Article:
CHIEF Justice Lucas Bersamin on Wednesday said the Supreme Court, sitting as Presidential Electoral Tribunal (PET), is expecting a “voluminous report” from Associate Justice Alfredo Benjamin Caguioa on the result of the preliminary revision of ballots in three pilot provinces covering the election protest filed by former Sen. Ferdinand “Bongbong” Marcos against Vice President Maria Leonor “Leni” G. Robredo.
During Wednesday’s meet with the press, Bersamin said that Caguioa, who is handling Marcos’s election protest, is likely to submit his report before he steps down as head of the judiciary on October 18.
The preliminary revision covers three pilot provinces composed of Camarines Sur, Iloilo and Negros Oriental.
After the PET finishes its recount in the pilot provinces, it will decide whether to proceed in the vote revision on 39,221 clustered precincts covering 27 provinces and cities identified in Marcos election protest.
“His submission is a prelude to the action of the Court on whether to proceed to the other aspects of the case,” the Chief Justice said.
Marcos’s protest cites three causes of action—first, that the automated elections system was compromised, hence, the integrity of the AES cannot be relied upon to declare a legitimate winner; the second requires the revision, or manual recount, of the actual ballots to determine the votes cast in all the 36,465 protested clustered precincts, while the third cause of action sought the annulment of election results for the VP position in the provinces of Maguindanao, Lanao del Sur and Basilan, on the ground of terrorism, intimidation and harassment of voters, as well as pre-shading of ballots in all of the 2,756 protested clustered precincts in the areas.
The PET has dismissed Marcos’s first cause of action for being “meaningless and pointless.”
The Court held that even if Marcos succeeds in proving his first cause of action, it does not mean that he can claim victory for the VP post because it can only be determined by a manual recount of all votes in all precincts.
Thus, the Court said “allowing the first cause of action to continue would be an exercise in futility and would have no practical effect.”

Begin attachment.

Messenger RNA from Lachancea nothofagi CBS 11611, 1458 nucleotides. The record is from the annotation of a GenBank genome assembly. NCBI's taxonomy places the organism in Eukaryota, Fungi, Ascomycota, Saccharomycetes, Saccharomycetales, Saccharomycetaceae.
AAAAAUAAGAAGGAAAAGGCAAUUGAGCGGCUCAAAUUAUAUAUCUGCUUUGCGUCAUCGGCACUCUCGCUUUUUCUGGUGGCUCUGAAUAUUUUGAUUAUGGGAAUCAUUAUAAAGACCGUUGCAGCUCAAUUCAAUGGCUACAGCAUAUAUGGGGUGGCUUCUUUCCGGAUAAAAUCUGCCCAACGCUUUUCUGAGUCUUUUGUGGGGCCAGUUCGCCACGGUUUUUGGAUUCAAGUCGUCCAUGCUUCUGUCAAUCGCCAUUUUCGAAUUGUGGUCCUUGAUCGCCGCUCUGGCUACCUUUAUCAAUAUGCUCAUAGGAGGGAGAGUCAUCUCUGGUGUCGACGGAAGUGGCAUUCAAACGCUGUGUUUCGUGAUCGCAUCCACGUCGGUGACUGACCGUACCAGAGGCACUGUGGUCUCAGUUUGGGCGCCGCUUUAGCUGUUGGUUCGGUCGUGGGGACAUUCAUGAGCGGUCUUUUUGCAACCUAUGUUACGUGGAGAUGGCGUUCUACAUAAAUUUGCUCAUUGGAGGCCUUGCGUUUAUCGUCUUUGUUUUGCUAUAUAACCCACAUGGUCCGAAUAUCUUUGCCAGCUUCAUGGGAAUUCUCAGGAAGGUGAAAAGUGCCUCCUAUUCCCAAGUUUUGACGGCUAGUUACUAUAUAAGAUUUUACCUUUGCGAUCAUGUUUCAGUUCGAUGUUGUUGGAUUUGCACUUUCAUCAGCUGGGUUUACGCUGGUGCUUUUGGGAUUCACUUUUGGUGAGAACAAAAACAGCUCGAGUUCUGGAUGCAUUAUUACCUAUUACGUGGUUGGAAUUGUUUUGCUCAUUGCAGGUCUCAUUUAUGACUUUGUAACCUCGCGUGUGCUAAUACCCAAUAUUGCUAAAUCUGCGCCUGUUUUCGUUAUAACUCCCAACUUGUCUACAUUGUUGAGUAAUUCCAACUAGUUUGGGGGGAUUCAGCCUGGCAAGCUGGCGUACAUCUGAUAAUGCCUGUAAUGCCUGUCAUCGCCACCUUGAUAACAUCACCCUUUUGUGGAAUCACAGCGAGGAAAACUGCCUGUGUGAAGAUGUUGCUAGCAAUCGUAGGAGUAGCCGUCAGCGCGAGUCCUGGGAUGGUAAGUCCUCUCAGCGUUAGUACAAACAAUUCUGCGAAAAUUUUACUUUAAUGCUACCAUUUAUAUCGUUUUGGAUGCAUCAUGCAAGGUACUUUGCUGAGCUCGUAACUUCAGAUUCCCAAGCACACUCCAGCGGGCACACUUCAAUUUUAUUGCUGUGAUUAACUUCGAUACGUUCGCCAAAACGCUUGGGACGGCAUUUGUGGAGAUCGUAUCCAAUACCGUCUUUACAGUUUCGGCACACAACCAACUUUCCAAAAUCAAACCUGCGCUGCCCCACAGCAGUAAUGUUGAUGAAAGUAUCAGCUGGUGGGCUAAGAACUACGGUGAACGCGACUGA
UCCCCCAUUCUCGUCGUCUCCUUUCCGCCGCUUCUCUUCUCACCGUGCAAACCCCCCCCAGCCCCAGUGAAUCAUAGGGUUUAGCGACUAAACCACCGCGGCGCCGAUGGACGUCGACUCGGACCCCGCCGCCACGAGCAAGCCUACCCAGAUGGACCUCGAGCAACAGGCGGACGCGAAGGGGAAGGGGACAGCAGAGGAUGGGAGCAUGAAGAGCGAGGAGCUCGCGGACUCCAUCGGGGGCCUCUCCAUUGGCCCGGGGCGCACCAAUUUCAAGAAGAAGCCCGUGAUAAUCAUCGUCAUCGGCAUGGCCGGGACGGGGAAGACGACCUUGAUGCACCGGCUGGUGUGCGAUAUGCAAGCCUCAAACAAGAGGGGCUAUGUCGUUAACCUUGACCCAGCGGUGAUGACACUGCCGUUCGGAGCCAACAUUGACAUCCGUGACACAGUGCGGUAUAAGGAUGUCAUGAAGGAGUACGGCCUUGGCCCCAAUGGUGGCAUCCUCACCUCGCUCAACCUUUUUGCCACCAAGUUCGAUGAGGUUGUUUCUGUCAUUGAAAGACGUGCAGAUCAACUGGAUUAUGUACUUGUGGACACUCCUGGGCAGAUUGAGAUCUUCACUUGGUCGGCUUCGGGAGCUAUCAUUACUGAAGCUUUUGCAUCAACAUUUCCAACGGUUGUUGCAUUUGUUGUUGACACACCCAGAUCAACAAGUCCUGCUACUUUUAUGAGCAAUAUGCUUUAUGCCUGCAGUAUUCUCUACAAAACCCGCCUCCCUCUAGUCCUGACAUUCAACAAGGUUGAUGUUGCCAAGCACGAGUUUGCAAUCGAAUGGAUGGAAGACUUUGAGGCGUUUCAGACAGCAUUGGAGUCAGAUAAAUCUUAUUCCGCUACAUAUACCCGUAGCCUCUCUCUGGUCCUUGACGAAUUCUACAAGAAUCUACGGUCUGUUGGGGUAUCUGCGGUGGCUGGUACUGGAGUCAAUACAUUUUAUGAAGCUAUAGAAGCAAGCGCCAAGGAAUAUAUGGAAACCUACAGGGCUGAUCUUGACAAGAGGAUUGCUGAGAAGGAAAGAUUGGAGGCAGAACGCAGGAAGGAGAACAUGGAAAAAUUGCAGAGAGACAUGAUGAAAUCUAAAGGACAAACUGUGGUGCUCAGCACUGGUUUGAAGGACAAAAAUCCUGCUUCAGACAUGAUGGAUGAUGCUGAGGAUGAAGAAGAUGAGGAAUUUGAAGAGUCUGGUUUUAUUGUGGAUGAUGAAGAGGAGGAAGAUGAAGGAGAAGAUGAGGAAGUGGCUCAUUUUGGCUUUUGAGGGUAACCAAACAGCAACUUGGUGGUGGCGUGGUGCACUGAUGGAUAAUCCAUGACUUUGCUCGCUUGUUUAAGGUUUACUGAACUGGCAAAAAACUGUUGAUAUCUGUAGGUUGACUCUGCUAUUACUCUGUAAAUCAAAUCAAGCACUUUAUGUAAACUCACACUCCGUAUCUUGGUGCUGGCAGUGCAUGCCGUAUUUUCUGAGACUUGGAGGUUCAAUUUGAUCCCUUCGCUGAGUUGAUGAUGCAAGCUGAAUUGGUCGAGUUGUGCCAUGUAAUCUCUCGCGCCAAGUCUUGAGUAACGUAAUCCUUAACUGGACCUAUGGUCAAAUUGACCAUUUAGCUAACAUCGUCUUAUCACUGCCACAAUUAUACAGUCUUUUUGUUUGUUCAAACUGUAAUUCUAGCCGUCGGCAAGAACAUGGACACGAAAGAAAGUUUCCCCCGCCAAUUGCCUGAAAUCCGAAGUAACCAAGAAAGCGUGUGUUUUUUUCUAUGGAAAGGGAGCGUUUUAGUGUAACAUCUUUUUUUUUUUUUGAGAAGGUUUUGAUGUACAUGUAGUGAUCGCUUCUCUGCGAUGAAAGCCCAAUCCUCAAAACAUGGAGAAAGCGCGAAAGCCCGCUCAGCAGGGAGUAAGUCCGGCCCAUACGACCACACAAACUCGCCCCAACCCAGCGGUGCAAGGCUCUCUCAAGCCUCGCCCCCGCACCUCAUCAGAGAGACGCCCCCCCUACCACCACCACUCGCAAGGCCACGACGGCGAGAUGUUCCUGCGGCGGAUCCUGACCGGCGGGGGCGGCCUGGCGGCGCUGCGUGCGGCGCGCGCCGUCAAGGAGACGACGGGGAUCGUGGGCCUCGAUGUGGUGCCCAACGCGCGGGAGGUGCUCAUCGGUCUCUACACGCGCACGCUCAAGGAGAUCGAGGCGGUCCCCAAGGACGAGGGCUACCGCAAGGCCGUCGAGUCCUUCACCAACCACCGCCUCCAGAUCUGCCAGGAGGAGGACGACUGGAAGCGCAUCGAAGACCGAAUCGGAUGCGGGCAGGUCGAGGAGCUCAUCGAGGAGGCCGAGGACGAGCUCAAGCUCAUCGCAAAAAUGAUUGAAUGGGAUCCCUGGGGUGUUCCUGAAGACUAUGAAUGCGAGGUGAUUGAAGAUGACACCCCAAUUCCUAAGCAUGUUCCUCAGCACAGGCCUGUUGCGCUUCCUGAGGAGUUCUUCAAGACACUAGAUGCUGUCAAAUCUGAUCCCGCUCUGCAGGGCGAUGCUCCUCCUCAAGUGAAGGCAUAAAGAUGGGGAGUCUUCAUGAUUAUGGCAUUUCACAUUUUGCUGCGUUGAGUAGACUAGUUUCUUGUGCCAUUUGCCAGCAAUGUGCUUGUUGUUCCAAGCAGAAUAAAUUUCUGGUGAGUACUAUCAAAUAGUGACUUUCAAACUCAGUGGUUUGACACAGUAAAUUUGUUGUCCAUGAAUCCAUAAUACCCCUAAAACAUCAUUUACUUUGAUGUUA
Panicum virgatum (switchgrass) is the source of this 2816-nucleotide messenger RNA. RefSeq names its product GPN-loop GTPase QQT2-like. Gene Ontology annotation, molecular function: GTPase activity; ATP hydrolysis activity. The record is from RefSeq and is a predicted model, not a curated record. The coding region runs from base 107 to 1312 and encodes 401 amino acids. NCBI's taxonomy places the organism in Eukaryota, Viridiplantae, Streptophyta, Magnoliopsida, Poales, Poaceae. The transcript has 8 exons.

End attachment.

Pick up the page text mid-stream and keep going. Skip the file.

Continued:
The PET held that the first cause of action may be dispensed with for “judicial economy” and for the speedy resolution of the case.
“Very soon, we are expecting that the ponente, who is Justice Caguioa, will come up with his report and he has informed us that his report will be voluminous report and that is expected because when you have revised ballots coming from at least three provinces that were part of a protest, you would expect details of whether this ballot are to be part of the counting, or not to be part of counting,” Bersamin said.
The chief magistrate also admitted that the PET is taking a long time to resolve the election protest but appealed for understanding from the public.
He said the tribunal has to be very “careful” in handling the case as it involves the stability of the government.
“I know the impatience of the public about this case of the VP being protested but we should also be careful of what we do here because the credibility of our processes, as well as the political system here is at stake so we are doing it gradually but with sufficient speed,” Bersamin added.
He also told reporters that he would not divulge the progress on the third cause of action as he is not authorized to make public any result on the said aspect.
Marcos filed an election protest on June 29, 2016, claiming that the camp of Robredo cheated in the automated polls in May also the same year.
Robredo filed her answer in August last year and also filed counterprotest and questioned the results in over 30,000 polling precincts in several provinces where Marcos won.
She also sought the dismissal of the protest for lack of merit and jurisdiction of PET.
However, the PET refused to dismiss the election protest on the ground of sufficiency in form and substance.